Birmingham’s poor record of the worst infant death rate in the country is being tackled with the launch of an ambitious new genetics project in the city.
The Genetics Team at Birmingham Women’s Hospital will lead the three-year project to cut high numbers of baby deaths due to inherited genetic disorders, particularly in ethnic communities.
Part of the scheme aims to highlight the controversial issue of baby defects when first cousins marry, which is especially of concern in Asian arranged marriages.
Doctors, educators and counsellors will work with families and community groups on how to stop rare genetic conditions occurring.
Community educator Zahira Maqsood said: “This project is not about chastising families and community groups for their marriage and cultural choices.
“It is about enabling people to be aware of potential health risks and about the choices available to them.”
There were 139 infant deaths in a year, a rate of 8.2 per 100,000 of population, which is almost double the national rate of 4.8.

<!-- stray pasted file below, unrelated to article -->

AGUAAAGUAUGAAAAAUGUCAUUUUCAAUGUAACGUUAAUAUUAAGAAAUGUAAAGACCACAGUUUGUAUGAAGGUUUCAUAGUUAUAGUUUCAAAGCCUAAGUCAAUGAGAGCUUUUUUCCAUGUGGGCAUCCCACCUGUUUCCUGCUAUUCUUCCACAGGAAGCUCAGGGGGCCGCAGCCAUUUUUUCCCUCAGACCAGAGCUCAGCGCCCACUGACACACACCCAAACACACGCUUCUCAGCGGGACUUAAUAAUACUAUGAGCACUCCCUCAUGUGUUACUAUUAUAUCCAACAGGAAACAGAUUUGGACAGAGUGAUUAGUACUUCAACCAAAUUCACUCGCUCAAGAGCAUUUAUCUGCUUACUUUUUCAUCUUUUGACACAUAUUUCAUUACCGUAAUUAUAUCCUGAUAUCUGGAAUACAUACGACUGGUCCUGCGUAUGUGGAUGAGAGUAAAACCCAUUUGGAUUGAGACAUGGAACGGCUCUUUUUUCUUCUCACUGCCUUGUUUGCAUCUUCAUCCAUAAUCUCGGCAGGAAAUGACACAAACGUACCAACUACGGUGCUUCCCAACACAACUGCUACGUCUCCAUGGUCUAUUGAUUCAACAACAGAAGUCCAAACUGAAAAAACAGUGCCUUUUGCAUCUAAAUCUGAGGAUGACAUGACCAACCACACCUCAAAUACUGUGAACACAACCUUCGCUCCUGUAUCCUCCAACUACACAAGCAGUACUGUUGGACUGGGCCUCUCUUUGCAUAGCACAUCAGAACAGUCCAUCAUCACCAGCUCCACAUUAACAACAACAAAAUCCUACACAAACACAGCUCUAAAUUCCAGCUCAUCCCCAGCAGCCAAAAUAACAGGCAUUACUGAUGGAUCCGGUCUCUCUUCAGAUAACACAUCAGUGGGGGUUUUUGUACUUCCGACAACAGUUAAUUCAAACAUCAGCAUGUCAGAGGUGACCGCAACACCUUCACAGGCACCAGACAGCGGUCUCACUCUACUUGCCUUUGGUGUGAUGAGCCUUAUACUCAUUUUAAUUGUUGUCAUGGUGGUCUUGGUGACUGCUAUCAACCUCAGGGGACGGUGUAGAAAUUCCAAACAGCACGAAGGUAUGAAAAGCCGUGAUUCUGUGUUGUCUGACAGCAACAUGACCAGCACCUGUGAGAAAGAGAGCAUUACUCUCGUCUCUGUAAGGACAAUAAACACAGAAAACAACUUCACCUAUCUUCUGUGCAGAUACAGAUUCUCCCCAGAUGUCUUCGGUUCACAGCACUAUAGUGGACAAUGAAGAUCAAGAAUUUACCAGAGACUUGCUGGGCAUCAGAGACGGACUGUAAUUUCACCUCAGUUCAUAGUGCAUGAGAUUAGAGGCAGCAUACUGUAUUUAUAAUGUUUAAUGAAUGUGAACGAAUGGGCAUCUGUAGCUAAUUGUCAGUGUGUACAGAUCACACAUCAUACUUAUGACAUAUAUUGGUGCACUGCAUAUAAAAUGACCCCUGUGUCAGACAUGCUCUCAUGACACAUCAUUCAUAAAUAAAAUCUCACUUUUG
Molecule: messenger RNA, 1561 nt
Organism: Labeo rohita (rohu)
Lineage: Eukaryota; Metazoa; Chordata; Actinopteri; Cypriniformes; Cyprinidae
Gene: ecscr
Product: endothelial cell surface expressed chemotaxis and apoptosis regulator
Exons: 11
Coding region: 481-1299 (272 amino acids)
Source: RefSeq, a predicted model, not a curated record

Two per cent of babies in Britain are born with a serious disability, but for couples who are first cousins that figure more than doubles to five per cent.
The medical risks include death but also birth defects such as blindness, deafness and metabolic disorders.
The project, funded by Heart of Birmingham Primary Care Trust, has a range of initiatives including screening and identifying families at high risk of genetic disorders and re-contacting families already known to the genetics service to update them with testing and information.
Inherited disorders, high levels of teenage pregnancy, deprivation and lack of education in motherhood are all factors for infant mortality in the city.